Discover more from Acute Condition
The weird world of pet meds
A deep dive into the veterinary drug channel
This newsletter is about human health, and I’ll return to that topic in subsequent posts. But I’m a little obsessed with how drugs flow through the system, how payments happen, and which companies have control of the market. I’m also the first port of call for friends wondering how a particular drug channel works. So when I got this text, I had to figure it out.
Small animals, large animals
First, unlike humans, which are just one species, veterinarians (and the drugs they have in their arsenal) have to cover a multitude of species. Generally speaking, small animal vets handle dogs, cats, and small rodents. Large animal, or livestock vets, typically handle horses, cows, sheep, and other animals in that category. (In case your brain runs on the same tracks as mine: there’s no such thing as an insect veterinarian, but there are insect pathologists.)
I’m focused on small animal vets in this article, because while the livestock drugs are truly fascinating, the market is much different. (Among other differences, a selection of important livestock antibiotics were simply available over-the-counter, until June 2023.)
At first glance, I expected animal drugs to be a simpler market than human drugs—after all, animal drugs aren’t typically covered through insurance or distributed through PBMs. For that matter, most medications (roughly 80%) are purchased directly from a vet.
I was about to counsel my friend to start building an empire of cost-plus animal drugs—how could the market be so old-fashioned? No insurance and purchasing from the prescriber? Sounds like room for disruption! Well, it’s not that simple.
Small animal vets and their corner on the market
There are about 55,000 veterinarians working in 25,000 vet clinics treating companion animals across the U.S. Companion animal veterinary medicine is a $29 billion (as of 2021) market. The prescriptions they write mostly fall into one of the four main categories of companion pet drugs: parasiticides, vaccines, anti-infectives (antibiotics), and anti-inflammatories.
86% of FDA-approved animal drugs don’t have a generic version, and the major manufacturers have no incentive to develop generics. (However, some animal drugs are actually human drugs in different dosages—in this case, the medications tend to be generic.)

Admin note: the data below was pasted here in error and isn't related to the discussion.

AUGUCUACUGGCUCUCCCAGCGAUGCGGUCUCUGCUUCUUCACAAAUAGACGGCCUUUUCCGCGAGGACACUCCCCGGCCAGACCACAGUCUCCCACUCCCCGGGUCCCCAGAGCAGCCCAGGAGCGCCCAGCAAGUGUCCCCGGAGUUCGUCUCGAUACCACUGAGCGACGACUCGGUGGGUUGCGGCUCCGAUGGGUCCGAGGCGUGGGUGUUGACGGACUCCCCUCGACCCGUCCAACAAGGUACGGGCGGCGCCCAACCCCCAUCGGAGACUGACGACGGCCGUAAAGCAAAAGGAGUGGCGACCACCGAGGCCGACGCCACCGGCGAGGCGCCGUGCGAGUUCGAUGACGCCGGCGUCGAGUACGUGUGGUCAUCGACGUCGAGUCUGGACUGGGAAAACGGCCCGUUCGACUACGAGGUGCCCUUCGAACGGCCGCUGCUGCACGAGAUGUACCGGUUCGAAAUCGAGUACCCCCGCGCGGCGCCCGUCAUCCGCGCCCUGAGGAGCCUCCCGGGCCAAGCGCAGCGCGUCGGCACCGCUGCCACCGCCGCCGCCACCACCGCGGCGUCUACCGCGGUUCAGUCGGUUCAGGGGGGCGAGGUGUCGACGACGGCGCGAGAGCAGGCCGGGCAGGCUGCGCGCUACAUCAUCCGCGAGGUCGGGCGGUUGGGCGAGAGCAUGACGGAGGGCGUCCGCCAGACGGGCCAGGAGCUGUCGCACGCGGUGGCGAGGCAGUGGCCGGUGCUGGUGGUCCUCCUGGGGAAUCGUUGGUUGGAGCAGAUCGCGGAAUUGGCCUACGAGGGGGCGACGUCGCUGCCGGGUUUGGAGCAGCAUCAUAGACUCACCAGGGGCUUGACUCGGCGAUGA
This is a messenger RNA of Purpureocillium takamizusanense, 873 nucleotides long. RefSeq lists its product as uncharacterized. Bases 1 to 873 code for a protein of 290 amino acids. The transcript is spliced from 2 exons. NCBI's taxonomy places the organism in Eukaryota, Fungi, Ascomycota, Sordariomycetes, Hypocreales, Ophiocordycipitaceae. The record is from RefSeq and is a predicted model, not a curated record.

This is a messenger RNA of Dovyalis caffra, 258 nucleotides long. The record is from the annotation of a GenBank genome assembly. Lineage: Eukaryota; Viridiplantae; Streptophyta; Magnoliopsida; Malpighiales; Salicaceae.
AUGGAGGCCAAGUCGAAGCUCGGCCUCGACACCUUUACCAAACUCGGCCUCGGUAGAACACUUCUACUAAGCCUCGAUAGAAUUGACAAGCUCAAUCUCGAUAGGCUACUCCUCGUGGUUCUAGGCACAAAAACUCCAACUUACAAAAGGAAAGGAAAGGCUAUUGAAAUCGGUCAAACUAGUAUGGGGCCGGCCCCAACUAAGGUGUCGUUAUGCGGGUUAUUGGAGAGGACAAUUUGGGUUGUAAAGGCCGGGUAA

Without insurance formularies to prioritize a generic over a brand-name, and with almost all animal drugs flowing through a vet point of contact (rather than a pharmacist that can do substitutions), the market for animal generics is constrained.But this isn’t the crazy part yet.
The crazy part is that most of these drugs are only available through a vet clinic because the major manufacturers and vet clinics have intentionally set it up that way. Most, if not all, manufacturers have exclusive distribution and anti-diversion agreements with certified veterinary clinics.
As an illustrative example for how serious these manufacturers are: in 2009, a representative from Merial, one of the major veterinary drug manufacturers,visited a vet named Dr. Dawn Moore Fradkin. The rep offered to exchange her supply of Vectra 3D, a flea and tick treatment manufactured by a competitor, for Merial’s Frontline treatment.
Dr. Fradkin agreed; as she told VIN News Service (an industry publication with an active forum for vet commenters), Vectra 3D wasn’t selling, and she expected the manufacturer to charge her a 15% restocking fee to return the product herself, so it was a good deal. That is, until Summit VetPharm, the manufacturer of Vectra, accused her of violating their anti-diversion agreement.
“The anti-diversion agreement is pretty clear,” Joseph Conti, the company’s Senior Director of Regulatory & Development, told the VIN News Service. “The anti-diversion agreement says they will only sell it to a vet-client-patient relationship. Obviously, the Merial rep is not a vet-client-patient relationship. Our fear is that when that happens, there’s nothing to stop the Merial rep from selling it on eBay or into the trade.”